Digital asset custodian BitGo plans to litigate against infrastructure provider Fireblocks for improper disclosure of a bug in BitGo’s Ethereum Wallet.
Fireblocks said it patched a bug in BitGo’s Ethereum wallets that would allow a hacker access to a user’s private key through a single signature.
BitGo Says Fireblocks Violated Disclosure Agreement
The bug was created through missing zero-knowledge proofs in BitGo’s Threshold Signature Scheme protocol.
BitGo, a digital asset custodian, said that Fireblocks’ reporting created a publicity stunt and went against a joint-disclosure agreement.
The firm said that Fireblocks released findings for an early rather than a production version of the multiparty computation wallet that BitGo rolled out to a limited number of developers.
It criticized Fireblocks for contacting reporters, clients, and regulators regarding an early-release product’s testing on the Ethereum mainnet. According to BitGo, Fireblocks wrongly claimed that the pre-release version was a production version. They reportedly did this after using the wallet on the mainnet, against BitGo’s advice.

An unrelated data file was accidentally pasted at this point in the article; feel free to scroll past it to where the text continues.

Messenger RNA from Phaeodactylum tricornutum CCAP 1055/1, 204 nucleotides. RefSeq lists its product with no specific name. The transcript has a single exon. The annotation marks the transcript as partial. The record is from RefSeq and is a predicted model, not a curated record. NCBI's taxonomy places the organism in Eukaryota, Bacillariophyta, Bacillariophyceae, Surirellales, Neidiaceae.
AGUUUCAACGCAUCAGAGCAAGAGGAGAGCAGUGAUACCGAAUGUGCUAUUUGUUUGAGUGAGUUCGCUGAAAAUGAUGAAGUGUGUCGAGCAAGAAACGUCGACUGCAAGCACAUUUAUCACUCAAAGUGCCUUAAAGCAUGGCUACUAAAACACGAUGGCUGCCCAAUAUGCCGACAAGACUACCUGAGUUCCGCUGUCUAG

In response, the custodian will take legal action. Measures include damages, injunctive relief, and legal fees against the infrastructure provider, who also supported Signature Bank’s Signet network.
How Infrastructure Providers Manage Risk
The recent failures of crypto exchanges have revived interest in self-custodial wallets to reduce counterparty risks. An exchange hack could mean that customers lose access to their digital assets. Depending on the extent to which the exchange is responsible, it may need to have the capital to make users whole.
Infrastructure providers like Fireblocks claim to offer zero counterparty risk by using multiparty computation that needs keys from multiple parties to sign transactions. It requires crypto firms using its technology to sign a strict Service Level Agreement with daily support and engineering monitoring.
Tassat, a builder of private networks, reduces risk through instant B2B settlement that at least two executives must approve.
Coinbase offers limited crime insurance that protects some assets from theft. However, it does not insure against exposed logins that allow criminals access to a user’s accounts.
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BeInCrypto has reached out to company or individual involved in the story to get an official statement about the recent developments, but it has yet to hear back.